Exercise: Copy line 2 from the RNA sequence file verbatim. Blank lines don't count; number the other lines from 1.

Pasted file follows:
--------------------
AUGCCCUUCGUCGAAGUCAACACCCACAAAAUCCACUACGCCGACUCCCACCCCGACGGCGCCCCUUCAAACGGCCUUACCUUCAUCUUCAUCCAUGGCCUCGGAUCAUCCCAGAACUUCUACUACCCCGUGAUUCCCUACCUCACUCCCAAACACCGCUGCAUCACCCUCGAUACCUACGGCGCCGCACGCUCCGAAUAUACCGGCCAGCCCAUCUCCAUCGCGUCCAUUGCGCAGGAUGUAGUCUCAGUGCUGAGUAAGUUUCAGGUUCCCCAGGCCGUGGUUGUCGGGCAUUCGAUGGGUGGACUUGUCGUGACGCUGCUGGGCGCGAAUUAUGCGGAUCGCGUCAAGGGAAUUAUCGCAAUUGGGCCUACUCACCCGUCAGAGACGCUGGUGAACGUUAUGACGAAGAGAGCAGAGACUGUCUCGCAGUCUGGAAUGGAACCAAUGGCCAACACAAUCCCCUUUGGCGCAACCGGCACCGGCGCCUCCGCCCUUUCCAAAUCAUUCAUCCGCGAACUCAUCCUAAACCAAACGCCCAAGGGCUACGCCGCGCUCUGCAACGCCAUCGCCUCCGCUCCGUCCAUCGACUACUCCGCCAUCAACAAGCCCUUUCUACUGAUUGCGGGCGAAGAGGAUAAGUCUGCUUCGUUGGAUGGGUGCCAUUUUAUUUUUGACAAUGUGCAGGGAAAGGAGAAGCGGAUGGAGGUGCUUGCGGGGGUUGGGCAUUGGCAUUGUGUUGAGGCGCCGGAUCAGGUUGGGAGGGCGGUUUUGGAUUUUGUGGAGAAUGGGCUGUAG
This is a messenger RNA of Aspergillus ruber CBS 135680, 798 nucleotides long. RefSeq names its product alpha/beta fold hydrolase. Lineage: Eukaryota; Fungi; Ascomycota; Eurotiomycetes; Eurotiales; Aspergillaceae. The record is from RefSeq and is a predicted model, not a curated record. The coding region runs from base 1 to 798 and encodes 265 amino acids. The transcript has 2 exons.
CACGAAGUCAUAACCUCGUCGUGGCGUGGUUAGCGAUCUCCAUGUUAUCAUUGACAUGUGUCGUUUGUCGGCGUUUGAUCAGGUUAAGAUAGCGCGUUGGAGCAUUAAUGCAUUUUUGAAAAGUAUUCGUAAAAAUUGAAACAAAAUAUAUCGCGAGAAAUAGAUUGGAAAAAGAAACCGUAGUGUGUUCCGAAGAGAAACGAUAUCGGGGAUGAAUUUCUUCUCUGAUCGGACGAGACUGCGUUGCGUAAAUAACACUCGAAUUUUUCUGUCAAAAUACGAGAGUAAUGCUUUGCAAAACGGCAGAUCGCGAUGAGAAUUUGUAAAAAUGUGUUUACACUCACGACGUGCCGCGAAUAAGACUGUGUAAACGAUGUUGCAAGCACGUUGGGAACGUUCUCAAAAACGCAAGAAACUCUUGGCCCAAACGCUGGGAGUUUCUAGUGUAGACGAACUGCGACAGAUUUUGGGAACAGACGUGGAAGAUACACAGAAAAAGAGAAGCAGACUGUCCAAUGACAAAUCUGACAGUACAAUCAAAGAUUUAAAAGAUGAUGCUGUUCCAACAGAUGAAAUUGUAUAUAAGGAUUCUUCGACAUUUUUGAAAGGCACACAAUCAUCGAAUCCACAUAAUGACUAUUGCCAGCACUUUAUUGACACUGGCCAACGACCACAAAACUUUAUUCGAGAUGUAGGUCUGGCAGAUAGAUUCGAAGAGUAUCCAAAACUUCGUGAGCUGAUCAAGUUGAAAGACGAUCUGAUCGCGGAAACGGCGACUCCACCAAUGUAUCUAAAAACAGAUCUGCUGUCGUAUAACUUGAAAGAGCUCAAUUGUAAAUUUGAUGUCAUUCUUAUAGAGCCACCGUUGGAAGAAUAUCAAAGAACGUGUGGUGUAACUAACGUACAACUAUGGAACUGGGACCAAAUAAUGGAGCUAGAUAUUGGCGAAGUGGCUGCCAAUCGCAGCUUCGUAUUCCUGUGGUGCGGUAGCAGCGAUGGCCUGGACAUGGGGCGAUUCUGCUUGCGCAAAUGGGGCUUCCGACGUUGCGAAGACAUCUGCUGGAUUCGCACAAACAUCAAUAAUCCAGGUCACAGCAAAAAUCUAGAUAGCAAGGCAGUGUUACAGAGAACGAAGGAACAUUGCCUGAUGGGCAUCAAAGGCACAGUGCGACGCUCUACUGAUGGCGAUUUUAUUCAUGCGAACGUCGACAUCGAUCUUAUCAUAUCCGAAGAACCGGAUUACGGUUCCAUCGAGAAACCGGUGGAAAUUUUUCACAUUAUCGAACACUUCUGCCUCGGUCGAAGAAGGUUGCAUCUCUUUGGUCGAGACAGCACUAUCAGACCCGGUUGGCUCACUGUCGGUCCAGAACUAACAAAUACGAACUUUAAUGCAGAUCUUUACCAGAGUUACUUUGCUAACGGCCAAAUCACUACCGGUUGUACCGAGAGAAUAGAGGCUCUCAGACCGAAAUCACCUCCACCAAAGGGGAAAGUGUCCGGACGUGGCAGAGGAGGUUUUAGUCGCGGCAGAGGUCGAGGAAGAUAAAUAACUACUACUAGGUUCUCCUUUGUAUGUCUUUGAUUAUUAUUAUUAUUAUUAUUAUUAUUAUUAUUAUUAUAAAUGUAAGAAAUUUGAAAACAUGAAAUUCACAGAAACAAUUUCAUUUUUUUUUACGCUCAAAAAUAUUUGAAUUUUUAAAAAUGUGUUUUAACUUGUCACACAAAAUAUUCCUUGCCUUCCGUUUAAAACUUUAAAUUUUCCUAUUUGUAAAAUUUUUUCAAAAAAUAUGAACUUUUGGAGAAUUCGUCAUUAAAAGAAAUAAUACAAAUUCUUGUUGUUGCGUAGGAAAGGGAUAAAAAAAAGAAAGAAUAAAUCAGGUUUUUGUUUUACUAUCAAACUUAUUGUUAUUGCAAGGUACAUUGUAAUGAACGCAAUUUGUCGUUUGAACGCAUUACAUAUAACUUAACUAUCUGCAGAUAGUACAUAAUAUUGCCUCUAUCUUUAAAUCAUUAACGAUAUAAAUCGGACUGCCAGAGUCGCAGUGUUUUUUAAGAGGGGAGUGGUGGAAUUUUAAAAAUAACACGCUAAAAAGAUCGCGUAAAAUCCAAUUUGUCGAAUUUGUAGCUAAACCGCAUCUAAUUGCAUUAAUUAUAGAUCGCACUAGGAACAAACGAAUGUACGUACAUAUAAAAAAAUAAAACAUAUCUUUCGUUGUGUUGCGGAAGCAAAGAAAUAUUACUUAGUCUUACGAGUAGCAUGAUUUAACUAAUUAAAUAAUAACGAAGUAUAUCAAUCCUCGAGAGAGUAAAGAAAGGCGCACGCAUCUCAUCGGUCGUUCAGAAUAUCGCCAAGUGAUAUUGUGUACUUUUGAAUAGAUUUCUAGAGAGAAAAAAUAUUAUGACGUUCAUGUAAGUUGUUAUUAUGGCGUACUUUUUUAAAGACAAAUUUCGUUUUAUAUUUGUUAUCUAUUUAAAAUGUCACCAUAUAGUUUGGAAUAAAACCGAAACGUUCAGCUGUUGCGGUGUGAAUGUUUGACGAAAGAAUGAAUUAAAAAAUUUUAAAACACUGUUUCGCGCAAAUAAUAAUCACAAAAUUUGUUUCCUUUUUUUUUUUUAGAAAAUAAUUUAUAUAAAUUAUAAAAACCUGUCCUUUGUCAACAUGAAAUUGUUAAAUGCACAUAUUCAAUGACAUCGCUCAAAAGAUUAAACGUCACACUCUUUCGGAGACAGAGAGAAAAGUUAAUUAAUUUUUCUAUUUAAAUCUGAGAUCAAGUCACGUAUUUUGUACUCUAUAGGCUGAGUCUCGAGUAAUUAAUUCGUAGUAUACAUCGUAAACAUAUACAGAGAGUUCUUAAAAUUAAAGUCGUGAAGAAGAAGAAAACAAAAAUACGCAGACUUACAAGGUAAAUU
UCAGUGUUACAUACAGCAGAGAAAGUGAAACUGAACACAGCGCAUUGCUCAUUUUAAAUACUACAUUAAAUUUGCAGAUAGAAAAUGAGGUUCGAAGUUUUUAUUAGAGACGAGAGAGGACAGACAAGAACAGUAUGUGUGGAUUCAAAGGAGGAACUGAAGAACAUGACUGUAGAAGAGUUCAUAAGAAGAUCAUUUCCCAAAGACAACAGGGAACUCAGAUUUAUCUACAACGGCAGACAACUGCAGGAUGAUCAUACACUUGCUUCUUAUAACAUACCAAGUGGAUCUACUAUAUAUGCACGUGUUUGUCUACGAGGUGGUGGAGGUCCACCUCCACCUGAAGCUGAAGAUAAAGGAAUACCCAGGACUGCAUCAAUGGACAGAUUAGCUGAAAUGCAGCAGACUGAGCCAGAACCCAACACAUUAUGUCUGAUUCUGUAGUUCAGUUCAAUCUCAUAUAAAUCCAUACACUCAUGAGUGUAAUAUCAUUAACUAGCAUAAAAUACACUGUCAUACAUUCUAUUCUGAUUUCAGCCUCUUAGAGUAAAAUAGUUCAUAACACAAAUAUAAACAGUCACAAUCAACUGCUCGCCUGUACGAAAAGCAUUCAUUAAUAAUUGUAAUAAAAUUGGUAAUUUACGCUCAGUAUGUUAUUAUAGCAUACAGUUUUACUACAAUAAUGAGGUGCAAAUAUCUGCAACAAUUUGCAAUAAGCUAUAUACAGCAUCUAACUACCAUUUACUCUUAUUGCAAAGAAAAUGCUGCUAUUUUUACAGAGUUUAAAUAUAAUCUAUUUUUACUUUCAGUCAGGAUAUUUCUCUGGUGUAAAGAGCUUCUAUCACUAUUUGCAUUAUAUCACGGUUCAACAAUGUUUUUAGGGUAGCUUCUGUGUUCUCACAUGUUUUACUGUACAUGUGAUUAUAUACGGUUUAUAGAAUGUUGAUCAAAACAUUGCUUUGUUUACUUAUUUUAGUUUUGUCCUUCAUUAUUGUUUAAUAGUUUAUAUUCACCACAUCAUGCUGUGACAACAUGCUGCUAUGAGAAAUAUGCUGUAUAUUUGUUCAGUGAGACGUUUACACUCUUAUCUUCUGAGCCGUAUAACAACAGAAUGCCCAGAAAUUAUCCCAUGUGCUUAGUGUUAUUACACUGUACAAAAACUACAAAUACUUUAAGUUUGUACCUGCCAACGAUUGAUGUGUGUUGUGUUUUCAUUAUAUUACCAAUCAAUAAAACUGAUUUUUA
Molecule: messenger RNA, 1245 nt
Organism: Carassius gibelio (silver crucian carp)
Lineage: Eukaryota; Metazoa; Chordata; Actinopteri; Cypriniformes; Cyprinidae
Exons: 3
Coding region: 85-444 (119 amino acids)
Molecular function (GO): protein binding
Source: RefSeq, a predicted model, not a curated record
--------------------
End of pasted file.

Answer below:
This is a messenger RNA of Aspergillus ruber CBS 135680, 798 nucleotides long. RefSeq names its product alpha/beta fold hydrolase. Lineage: Eukaryota; Fungi; Ascomycota; Eurotiomycetes; Eurotiales; Aspergillaceae. The record is from RefSeq and is a predicted model, not a curated record. The coding region runs from base 1 to 798 and encodes 265 amino acids. The transcript has 2 exons.